The new school year will bring more traffic to the roadways, and the N.C. State Highway Patrol will be making its presence known to remind drivers to practice extra caution.
“For the first week of school, we’re concentrating on traffic in school zones, especially around the high school and all bus routes,” said First Sergeant Andreas Dietrich. “We hope to increase both education and enforcement, especially involving teen drivers.”
Dietrich said troopers will be assigned to school zones and other routes where collisions are most prevalent.
“Hopefully the sight of blue lights and a patrol car will get people to pay attention,” he said.
According to the National Highway and Transportation Traffic Safety Administration and the UNC Highway Research Center, many teenage drivers lack the experience of seasoned drivers and are more likely to be distracted while operating a vehicle.
• Approximately two-thirds of the people killed in fatal young-driver crashes are the young drivers themselves or their passengers.
• Fifty-seven percent of fatalities involving young drivers occur on rural roadways.
• One out of four 16-year-old drivers in North Carolina is involved in a car crash every year and nearly half of these crashes are serious enough to result in injury or death.
• 16-year-olds are three times more likely to die in a car crash than other drivers.
• Sixty-one percent of all young driver fatalities were NOT wearing their seat belts.
• Fifty-four percent of the vehicle’s occupants were killed as a result of not being restrained.
The Highway Research Center said the combination of inexperience and the natural impulsiveness of the adolescent years contribute to this increased risk in being involved in a fatal crash. As a result, traffic collisions continue to be the leading cause of teenage deaths in North Carolina.
Research from accident reports by the Highway Patrol shows that from January to December 2011 in Richmond County, there was a 38.4 percent increase in driver injuries between the ages of 15 and 19.
The new school year also brings an increase of school buses on North Carolina highways. Motorists should be cognizant of their presence. The National Highway Traffic Safety Administration quotes an average of 24 school-age children nationwide who die as a result of school transportation-related traffic crashes each year, with 11 as occupants of school transportation and 13 as pedestrians.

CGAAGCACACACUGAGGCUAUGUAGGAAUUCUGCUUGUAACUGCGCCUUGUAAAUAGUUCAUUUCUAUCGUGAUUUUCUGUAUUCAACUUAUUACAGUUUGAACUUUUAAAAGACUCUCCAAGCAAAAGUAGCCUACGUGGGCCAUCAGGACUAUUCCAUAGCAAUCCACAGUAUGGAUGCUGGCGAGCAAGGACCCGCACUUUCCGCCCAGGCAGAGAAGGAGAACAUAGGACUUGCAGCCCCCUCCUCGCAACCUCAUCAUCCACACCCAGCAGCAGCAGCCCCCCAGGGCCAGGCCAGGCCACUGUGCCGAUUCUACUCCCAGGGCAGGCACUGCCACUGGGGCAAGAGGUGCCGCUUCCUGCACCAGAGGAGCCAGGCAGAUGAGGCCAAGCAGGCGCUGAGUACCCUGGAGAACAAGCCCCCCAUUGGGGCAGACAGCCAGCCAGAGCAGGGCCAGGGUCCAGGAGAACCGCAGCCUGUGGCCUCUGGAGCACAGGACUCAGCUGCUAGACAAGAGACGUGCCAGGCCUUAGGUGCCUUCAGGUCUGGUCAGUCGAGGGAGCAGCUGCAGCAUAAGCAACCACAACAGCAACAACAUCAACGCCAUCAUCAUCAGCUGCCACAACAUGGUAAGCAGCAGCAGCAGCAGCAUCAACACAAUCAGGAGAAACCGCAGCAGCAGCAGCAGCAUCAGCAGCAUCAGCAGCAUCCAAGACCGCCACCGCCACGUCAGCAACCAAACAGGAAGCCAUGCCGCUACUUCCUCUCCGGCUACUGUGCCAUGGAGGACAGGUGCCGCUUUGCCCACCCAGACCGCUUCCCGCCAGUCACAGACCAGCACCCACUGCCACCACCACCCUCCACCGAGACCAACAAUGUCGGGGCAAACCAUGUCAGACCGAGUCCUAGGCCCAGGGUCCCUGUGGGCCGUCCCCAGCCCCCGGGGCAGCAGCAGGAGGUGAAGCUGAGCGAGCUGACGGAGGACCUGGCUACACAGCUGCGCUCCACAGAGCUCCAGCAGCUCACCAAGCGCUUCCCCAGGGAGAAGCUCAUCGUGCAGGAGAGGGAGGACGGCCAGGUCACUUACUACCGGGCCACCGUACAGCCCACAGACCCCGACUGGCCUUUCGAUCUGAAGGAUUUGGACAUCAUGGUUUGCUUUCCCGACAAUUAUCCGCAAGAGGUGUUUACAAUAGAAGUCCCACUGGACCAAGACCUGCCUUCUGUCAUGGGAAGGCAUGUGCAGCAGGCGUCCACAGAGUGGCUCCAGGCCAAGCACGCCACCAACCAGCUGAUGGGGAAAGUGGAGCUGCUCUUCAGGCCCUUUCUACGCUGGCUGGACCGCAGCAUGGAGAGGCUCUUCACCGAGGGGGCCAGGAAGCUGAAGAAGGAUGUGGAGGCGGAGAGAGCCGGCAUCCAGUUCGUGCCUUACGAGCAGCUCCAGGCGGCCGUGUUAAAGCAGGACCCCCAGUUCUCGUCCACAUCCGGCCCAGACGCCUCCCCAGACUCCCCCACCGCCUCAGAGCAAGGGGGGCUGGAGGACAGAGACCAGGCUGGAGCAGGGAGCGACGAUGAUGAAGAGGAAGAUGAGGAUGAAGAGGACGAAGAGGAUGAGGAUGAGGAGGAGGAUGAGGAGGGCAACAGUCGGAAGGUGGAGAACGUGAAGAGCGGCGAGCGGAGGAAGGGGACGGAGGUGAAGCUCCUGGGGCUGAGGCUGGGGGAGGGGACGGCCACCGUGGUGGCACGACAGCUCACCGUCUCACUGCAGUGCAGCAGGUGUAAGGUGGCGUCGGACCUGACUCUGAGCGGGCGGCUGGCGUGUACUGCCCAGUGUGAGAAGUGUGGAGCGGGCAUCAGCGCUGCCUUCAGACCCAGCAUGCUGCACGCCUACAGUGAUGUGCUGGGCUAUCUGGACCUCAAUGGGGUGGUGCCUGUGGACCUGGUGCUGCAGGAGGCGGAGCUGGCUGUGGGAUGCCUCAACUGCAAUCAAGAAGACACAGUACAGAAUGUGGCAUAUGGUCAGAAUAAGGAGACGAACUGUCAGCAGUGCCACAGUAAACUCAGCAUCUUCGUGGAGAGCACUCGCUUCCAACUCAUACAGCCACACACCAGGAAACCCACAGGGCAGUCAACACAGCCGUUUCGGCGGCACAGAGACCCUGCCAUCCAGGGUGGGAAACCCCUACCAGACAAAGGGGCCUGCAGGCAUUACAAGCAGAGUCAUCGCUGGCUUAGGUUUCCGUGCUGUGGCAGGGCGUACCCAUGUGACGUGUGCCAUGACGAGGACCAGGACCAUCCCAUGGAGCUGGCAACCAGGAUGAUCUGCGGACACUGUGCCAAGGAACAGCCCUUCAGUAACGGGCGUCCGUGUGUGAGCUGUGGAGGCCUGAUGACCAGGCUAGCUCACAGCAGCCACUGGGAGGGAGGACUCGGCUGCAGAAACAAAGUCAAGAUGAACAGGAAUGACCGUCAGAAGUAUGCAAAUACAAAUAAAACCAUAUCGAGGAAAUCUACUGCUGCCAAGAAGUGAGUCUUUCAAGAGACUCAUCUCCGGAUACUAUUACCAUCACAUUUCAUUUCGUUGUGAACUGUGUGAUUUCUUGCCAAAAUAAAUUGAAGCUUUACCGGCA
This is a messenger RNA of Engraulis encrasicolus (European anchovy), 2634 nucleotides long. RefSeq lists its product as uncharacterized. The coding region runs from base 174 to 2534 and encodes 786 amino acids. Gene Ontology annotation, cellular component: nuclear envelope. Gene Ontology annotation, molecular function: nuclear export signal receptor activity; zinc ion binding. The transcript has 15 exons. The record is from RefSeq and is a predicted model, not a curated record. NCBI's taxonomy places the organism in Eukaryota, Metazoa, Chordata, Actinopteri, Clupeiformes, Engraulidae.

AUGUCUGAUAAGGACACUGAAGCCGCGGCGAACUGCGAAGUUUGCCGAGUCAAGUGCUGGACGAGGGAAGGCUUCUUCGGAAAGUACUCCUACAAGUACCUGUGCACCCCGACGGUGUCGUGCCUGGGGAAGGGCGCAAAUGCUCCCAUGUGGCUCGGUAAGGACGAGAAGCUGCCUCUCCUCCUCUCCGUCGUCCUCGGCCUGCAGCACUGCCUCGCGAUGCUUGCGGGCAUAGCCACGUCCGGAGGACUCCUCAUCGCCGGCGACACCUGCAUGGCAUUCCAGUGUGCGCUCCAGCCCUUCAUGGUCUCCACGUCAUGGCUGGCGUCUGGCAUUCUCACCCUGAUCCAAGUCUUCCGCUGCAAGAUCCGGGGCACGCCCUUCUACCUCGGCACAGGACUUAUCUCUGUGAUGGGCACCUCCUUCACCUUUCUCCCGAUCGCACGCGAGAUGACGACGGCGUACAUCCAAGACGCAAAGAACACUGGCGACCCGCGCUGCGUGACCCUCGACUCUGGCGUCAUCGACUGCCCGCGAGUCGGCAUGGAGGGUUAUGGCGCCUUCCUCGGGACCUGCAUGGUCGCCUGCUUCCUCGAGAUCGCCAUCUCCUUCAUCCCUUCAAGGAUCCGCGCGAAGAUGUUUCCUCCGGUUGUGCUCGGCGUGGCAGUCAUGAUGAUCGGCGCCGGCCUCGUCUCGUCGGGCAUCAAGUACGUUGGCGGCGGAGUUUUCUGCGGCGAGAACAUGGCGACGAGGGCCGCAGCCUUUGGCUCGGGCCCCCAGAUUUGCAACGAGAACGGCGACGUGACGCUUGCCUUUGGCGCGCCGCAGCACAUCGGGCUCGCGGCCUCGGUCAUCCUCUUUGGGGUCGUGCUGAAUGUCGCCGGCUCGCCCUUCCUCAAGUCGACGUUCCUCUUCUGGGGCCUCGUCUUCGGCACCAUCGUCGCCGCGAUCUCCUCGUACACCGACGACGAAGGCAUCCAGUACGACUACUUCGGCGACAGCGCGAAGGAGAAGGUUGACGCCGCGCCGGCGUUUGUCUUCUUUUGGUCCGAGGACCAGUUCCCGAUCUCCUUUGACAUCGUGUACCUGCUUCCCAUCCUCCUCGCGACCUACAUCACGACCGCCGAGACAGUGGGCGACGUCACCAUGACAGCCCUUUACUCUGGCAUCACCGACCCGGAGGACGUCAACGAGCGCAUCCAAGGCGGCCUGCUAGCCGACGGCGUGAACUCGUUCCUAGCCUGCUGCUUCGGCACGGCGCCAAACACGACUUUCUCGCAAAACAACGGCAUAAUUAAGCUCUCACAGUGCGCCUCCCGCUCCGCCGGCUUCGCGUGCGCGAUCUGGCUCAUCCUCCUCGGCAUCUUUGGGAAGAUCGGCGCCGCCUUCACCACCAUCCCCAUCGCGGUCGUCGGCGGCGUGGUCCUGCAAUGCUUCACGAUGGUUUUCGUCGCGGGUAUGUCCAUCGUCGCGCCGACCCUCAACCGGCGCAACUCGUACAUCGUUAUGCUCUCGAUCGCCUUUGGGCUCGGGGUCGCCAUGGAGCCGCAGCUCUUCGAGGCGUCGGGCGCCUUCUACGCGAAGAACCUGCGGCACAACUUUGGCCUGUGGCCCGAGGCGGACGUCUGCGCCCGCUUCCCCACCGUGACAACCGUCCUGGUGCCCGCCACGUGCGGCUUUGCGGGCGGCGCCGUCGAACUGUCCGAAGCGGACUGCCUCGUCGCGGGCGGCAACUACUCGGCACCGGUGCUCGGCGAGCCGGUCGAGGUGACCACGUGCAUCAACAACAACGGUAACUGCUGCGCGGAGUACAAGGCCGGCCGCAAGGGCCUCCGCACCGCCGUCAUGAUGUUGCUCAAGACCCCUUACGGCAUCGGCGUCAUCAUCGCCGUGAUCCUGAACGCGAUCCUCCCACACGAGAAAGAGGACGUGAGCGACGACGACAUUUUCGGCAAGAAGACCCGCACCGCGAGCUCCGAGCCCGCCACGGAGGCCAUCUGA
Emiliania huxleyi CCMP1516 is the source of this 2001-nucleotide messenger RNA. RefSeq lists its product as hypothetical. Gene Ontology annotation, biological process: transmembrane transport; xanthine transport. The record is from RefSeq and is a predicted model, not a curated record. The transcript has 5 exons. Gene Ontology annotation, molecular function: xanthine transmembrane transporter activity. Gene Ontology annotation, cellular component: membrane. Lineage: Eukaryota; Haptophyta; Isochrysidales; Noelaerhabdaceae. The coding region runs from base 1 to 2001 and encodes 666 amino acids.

In order to prevent these deaths, drivers, children and parents are advised to follow a few simple safety tips:
• When backing out of a driveway or leaving a garage, watch out for children walking or bicycling to school.
• When driving in neighborhoods with school zones, watch out for young people who may be thinking about getting to school, but may not be thinking of getting there safely.
• Slow down. Watch for children walking in the street, especially if there are no sidewalks in the neighborhood. Also watch for children playing and congregating near bus stops.
• Be alert. Children arriving late for the bus may dart into the street without looking for traffic.
• Learn and obey the school bus laws in North Carolina. Learn the flashing signal light system that school bus drivers use to alert motorists of pending actions: Yellow flashing lights indicate that the bus is preparing to stop to load or unload children. Motorists should slow down and prepare to stop their vehicles. Red flashing lights and extended stop arms indicate that the bus has stopped, and that children are getting on or off. Motorists must stop their cars and wait until the red lights stop flashing, the extended stop sign is withdrawn, and the bus begins moving before they can start driving again.
There are also several rules children can follow to practice good safety techniques:
• Get to the bus stop at least five minutes before the bus is scheduled to arrive.
• When the bus approaches, stand at least three giant steps (6 feet) away from the curb, and line up away from the street.
• Wait until the bus stops, the door opens, and the driver says that it’s OK before stepping onto the bus.
• If you have to cross the street in front of a bus, walk on the sidewalk or along the side of the road to a point at least five giant steps (10 feet) ahead of the bus before you cross. Be sure the bus driver can see you, and you can see the bus driver.
• Never walk behind the bus.
Parents are encouraged to teach children to follow these common sense practices to make school bus transportation safer. For more information on the N.C. Stop Arm Law, visit the website at www.ncbussafety.org/SchoolBusSafety/SBSWlaw.
N.C. State Highway Patrol also reminded all drivers of the dangers of cell phone use while driving.
According to the Governor’s Highway Safety Program, North Carolina prohibits all drivers from texting or reading a text message while a vehicle is in motion. The only exceptions are those performing official duties such as law enforcement officers, fire department personnel or public or private ambulance operators.
In addition, it is against the law in North Carolina for drivers younger than 18 to use a mobile phone or any technology associated with a mobile telephone while a vehicle is in motion. Exceptions include talking to an emergency response operator, an ambulance company or service, a fire department, a law enforcement agency or the operator’s parent, legal guardian or spouse.
“On a personal side,” said Trooper Justin Garner of the Highway Patrol, “all of us have families too, and some of us have children. It’s not about tickets, it’s about keeping children and drivers safe. Think about your family and buckle up.”
For more information on Highway Safety, contact First Sergeant Jeff Gordon at 919-733-5027 or First Sergeant Andreas Dietrich at 910-582-7018.
— Staff Writer Mallory Brown can be reached at 910-997-3111, ext. 18, or by email at firstname.lastname@example.org.